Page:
What’s the Rush?
I recently went to the movies to see Alice in Wonderland. What struck me was the sense of urgency with which adults and kids alike moved and interacted. There was a rush to buy the tickets, to find seats and to get popcorn and snacks. And finally the rush with which everyone left the theater. The credits barely started to roll when the masses flooded towards the exits.
The interesting thing is: the first part of the credits was in 3D and had a lot of cool effects. They were really fun to watch. People who left the theater missed out. But also they blocked the view of people like me who wanted to enjoy the last bit.
Why were people rushing to leave the theater? Is there something more pressing?
When people rush, where are they going? What is more important than what they’re doing now? Are they going to rush through the next thing as well?
In all likelihood yes they are. Why? Because rushing through life is becoming part of their daily living. Like most habits rushing runs on automatic most of the time.
“One’s action ought to come out of an achieved stillness: not to be mere rushing on.” ~D.H. Lawrence
The side effects of rushing
I can’t think of any good thing that comes out of rushing. When you rush, you don’t stop to think. There is an unhealthy obsession with time. The list below highlights some of the side effects.
You don’t enjoy what is right in front of you. When you rush you are focusing on the next step and the things to come so you miss out on experiencing the present moment.
It stresses you out. It is hard to rush without being stressed. Your body will tense and in all likelihood you will experience negative emotions such as anger, frustration, and anxiety.
You don’t do your best. Your work results are mediocre at best. In your effort to speed things up, you will not focus on what you are doing. The only thing that matters is moving to the next thing.
You mismanage your time. You think by rushing you are saving time and being efficient. But in reality you don’t give yourself enough time to do something deliberately in order to learn from it. True efficiency comes from doing something well in the least amount of time. If you don’t learn how to do something well, you will continue to do the same thing over and over without any improvement in your skills and that is a waste.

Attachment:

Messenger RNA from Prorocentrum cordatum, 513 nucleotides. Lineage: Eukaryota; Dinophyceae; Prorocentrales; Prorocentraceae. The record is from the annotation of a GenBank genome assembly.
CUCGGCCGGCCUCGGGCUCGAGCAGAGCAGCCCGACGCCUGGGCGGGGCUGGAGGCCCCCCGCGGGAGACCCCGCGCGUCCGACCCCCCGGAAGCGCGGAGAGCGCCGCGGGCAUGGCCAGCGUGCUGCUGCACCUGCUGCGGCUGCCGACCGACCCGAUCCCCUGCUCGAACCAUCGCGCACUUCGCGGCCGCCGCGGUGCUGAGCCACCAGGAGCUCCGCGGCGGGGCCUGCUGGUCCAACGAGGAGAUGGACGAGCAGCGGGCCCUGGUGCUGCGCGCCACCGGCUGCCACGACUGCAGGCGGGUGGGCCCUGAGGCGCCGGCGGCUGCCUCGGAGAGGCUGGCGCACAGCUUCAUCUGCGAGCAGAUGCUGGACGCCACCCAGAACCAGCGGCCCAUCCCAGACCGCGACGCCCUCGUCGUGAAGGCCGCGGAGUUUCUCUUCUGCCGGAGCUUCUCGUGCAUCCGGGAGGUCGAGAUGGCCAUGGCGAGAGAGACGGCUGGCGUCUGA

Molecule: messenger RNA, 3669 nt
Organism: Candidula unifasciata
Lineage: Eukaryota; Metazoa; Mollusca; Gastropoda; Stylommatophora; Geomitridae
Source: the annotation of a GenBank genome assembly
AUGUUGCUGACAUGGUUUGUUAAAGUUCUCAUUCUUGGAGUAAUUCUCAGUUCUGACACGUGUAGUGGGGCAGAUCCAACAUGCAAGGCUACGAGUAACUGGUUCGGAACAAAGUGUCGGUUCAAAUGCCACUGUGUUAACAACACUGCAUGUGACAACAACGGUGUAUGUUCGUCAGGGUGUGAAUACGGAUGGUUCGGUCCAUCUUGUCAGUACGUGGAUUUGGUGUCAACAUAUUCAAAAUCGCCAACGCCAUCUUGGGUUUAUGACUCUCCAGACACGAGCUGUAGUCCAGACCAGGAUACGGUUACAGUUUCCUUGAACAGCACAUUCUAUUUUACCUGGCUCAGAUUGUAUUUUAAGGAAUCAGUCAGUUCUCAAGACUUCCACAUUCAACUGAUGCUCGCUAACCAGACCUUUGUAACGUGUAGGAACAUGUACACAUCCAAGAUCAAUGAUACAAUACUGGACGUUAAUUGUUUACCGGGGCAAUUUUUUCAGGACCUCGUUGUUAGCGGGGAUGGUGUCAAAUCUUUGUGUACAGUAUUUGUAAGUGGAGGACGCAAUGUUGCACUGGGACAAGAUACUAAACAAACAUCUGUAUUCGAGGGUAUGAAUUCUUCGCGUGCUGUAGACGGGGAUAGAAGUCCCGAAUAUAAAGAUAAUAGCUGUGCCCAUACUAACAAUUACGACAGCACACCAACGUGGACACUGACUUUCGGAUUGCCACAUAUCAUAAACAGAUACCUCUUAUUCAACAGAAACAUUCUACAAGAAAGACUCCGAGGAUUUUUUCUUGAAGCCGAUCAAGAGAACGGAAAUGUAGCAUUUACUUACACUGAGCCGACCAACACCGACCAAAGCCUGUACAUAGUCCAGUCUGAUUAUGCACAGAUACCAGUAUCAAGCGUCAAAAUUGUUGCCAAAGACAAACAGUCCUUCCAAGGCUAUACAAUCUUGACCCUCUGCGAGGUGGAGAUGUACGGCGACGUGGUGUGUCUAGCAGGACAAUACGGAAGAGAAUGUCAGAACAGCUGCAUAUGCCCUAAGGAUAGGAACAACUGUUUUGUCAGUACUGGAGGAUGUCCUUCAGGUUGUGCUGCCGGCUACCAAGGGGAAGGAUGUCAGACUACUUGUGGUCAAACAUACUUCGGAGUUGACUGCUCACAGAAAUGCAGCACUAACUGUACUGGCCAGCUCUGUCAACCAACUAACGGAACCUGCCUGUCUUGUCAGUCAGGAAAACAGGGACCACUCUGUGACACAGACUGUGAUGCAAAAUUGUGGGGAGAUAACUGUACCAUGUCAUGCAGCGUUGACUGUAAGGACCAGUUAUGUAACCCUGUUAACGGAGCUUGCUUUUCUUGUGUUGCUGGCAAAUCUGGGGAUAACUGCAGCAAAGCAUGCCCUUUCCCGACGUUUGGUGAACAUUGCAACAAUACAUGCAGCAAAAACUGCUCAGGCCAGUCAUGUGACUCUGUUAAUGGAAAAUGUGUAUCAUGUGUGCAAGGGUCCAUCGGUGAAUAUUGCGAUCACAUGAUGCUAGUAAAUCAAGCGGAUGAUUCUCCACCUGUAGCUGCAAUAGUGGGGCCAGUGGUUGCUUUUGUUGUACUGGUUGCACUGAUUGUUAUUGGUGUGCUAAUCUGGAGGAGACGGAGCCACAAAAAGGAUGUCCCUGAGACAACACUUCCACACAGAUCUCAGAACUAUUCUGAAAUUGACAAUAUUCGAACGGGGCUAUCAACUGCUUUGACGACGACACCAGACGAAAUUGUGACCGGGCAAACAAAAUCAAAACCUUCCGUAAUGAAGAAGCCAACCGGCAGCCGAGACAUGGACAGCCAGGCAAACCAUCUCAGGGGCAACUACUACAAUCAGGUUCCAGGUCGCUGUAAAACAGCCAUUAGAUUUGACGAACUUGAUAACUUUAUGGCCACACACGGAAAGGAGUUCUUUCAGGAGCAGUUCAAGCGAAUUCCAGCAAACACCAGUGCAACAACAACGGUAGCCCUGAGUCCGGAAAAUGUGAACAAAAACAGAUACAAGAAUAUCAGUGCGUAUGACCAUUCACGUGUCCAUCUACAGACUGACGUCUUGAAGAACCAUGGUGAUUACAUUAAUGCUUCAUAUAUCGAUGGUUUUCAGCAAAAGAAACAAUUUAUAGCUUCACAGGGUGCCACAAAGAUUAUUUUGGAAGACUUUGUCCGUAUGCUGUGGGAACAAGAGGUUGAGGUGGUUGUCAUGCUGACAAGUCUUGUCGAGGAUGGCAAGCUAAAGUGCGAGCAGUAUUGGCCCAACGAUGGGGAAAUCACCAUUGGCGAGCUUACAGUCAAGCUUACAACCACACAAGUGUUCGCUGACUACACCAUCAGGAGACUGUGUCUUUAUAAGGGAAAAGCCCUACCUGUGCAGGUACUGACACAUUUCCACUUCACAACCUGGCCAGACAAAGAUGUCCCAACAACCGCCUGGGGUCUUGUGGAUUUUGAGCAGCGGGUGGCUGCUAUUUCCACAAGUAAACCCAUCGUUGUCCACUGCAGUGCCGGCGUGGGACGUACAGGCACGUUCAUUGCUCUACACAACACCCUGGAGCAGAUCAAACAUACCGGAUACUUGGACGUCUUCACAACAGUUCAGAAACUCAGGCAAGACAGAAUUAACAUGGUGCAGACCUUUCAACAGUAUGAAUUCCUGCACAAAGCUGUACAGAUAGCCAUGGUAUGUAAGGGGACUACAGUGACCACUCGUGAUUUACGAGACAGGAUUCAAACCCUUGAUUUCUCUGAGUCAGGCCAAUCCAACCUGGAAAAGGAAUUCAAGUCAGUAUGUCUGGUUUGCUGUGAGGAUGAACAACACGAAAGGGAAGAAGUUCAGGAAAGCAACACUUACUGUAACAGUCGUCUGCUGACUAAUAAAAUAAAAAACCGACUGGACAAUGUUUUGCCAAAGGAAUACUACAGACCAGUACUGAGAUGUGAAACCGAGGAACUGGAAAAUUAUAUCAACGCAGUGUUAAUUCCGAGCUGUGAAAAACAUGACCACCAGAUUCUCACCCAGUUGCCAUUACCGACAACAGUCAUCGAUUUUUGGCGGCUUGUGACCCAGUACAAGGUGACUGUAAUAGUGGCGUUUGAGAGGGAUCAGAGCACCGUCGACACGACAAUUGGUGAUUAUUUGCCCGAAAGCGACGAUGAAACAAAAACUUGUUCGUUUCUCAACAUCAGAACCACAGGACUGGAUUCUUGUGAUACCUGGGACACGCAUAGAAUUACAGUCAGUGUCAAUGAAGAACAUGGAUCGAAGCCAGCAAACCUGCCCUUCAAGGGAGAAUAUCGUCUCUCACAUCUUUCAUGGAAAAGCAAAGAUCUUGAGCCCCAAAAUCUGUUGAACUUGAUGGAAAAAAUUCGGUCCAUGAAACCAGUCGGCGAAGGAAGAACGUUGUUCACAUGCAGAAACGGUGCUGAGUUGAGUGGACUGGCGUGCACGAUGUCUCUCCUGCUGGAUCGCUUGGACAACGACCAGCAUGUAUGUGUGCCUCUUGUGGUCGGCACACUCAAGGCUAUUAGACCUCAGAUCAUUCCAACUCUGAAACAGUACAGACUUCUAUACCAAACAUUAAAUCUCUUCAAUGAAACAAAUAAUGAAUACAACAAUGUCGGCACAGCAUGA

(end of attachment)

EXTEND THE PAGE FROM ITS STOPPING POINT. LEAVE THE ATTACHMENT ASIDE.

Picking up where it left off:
You may miss out on opportunities for inspiration and improvement. You can hardly notice anything when you’re rushing. Insight is born out of contemplation and deliberation.
It can become a dangerous habit. If you rush through traffic for example or through important work, the consequences can be devastating. This outcome may affect others as well. Can you live with that?
There is an ever growing need to feed the addiction. When you’re addicted to rushing, you will always feel that you need to speed things up even more. It is a never ending cycle of racing against time.
How to slow down
Most of what we rush for is not really important or urgent. It is our own perception about the situation and this ingrained habit of moving fast that drive us. A simple change in attitude can be a good start. You can try any or a combination of the items below to start slowing down. Be gentle and don’t rush into changing.
Take your time. Allow more than enough time for anything you do. If you are going to the movies, assign enough time to enjoy yourself. Don’t squeeze in other things that you have to do while you’re at the theater. With experience you will get better at gauging how long it will take you to do something or be somewhere.
Do one thing at a time and do it well. Imagine that you are being watched and your performance evaluated. Do the smallest of acts as if you want to win a prize for being the best at it. When you do everything from a place of awareness, you will not only get better at it but you will enjoy it.
Breathe. Make a frequent habit of stopping and taking a few deep breaths. You will be surprised by the calm that accompanies breathing.
Relax. Take time to just be. Don’t do anything, or try a few minutes of meditation. Learning to relax can help you not only when you need to rush, but in coping with the demands of daily living.
Smile. A smile can brighten the moment and take away from the sense of urgency. It can serve as a reminder that nothing is really worth getting worked up about and rushing to or away from.
Have fun and enjoy life one minute at a time.